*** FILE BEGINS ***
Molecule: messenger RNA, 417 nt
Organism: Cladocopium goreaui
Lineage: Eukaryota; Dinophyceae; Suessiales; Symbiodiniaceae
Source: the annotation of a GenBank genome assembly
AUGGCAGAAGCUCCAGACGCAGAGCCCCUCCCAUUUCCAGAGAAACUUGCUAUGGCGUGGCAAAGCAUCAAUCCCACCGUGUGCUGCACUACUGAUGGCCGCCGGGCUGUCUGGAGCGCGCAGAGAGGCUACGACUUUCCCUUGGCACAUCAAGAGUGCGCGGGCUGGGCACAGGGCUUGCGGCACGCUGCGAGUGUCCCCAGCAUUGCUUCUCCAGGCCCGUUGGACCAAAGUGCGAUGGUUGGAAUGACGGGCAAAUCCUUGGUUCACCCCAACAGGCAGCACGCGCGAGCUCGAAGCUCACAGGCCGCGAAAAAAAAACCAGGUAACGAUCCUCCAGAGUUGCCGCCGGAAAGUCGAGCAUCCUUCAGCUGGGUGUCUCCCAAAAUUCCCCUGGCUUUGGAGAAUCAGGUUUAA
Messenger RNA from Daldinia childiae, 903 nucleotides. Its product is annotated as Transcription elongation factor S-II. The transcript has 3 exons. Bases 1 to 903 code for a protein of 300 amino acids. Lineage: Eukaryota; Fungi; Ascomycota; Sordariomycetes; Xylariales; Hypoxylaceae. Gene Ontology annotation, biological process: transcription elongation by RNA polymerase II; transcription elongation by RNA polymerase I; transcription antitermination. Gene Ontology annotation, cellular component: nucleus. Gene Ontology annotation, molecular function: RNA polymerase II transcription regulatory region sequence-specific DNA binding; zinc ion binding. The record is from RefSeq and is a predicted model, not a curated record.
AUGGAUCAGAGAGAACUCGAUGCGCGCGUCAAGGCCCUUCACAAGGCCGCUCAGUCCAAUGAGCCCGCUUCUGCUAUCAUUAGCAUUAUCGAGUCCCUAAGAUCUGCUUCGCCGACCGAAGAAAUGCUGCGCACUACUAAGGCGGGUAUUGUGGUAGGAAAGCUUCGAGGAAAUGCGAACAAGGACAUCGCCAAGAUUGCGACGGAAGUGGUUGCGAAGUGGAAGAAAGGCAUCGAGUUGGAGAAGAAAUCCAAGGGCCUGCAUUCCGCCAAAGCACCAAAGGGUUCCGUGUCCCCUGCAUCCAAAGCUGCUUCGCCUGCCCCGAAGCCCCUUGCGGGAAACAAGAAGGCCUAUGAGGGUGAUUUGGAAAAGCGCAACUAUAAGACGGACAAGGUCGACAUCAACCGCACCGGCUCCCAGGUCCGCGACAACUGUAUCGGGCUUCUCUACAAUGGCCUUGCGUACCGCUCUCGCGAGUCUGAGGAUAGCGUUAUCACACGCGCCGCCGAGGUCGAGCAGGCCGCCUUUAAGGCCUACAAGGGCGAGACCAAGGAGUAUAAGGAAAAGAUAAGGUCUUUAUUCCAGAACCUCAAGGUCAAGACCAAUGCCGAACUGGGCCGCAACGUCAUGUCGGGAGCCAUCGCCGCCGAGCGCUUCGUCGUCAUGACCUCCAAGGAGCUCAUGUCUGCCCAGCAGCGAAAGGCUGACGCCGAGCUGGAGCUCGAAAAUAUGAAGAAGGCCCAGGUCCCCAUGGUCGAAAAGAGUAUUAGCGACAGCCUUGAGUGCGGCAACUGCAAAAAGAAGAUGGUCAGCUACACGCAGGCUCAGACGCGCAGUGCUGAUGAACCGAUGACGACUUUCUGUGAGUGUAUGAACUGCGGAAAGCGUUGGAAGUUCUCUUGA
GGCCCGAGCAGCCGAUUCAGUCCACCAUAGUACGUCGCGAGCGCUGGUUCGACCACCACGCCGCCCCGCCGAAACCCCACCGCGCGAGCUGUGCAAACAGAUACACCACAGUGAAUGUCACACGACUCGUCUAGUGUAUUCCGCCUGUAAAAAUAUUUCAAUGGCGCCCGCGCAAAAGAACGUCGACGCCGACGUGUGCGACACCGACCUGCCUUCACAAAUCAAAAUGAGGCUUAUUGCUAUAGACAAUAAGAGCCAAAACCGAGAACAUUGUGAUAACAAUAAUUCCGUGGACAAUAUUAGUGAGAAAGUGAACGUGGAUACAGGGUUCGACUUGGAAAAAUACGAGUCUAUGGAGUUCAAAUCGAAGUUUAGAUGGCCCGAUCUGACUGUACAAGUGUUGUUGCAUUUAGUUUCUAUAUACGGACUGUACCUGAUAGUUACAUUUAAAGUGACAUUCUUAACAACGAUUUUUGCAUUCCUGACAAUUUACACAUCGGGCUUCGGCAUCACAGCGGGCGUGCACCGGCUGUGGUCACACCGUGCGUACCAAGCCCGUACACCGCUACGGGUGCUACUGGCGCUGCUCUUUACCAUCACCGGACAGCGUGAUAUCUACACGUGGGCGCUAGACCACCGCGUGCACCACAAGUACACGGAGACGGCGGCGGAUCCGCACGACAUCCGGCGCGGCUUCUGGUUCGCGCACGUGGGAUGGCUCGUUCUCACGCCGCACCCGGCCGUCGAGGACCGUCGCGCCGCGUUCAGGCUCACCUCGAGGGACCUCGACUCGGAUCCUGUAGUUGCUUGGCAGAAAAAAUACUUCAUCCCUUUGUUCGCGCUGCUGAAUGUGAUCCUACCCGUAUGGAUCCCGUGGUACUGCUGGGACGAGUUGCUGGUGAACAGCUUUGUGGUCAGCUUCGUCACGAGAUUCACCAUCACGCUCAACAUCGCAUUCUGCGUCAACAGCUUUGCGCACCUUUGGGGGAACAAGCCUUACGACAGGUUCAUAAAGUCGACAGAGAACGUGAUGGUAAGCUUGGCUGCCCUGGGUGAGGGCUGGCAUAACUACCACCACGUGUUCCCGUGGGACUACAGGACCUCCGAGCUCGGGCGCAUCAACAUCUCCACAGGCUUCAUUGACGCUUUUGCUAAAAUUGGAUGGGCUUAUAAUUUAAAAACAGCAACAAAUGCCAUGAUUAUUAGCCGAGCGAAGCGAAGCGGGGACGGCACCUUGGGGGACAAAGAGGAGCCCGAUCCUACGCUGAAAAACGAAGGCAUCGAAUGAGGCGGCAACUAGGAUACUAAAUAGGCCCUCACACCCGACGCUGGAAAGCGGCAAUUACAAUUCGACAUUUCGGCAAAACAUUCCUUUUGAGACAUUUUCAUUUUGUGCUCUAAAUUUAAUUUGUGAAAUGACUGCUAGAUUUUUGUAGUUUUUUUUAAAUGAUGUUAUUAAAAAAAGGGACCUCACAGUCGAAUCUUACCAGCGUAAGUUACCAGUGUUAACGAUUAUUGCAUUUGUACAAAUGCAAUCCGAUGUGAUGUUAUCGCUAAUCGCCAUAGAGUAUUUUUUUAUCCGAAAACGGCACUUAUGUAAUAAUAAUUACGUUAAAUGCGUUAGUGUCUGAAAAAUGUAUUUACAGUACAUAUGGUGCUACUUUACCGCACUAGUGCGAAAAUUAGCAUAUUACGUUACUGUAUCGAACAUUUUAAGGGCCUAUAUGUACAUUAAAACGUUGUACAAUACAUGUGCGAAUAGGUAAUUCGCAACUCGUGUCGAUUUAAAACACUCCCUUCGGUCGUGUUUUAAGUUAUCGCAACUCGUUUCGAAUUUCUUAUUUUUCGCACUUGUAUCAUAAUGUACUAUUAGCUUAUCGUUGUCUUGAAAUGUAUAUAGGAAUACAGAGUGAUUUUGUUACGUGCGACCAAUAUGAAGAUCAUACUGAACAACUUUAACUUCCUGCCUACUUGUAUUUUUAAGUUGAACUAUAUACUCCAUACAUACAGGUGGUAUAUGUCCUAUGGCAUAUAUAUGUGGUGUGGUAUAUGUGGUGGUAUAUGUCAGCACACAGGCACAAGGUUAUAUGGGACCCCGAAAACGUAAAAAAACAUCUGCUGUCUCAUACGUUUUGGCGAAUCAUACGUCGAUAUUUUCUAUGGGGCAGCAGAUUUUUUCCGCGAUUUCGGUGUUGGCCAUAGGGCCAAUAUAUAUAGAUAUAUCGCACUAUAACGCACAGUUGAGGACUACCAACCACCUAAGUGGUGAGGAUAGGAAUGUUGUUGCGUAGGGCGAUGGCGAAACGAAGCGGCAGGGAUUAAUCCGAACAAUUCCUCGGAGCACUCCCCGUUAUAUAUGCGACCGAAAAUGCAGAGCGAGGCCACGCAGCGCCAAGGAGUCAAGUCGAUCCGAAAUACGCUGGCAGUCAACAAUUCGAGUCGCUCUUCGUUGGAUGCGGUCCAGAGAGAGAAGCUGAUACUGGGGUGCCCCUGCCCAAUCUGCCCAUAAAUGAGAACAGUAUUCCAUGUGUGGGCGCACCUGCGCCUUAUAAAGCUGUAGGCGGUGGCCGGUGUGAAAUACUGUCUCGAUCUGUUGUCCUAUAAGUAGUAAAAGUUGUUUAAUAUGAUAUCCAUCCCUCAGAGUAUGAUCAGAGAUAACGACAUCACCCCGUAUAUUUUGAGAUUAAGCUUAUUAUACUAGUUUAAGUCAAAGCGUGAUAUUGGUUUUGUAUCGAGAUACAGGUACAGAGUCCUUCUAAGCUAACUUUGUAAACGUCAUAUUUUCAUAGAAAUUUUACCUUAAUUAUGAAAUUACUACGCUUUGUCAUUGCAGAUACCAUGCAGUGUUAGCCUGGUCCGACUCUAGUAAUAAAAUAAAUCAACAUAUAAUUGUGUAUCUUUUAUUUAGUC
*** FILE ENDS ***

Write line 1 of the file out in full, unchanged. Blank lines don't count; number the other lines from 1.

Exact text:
Molecule: messenger RNA, 417 nt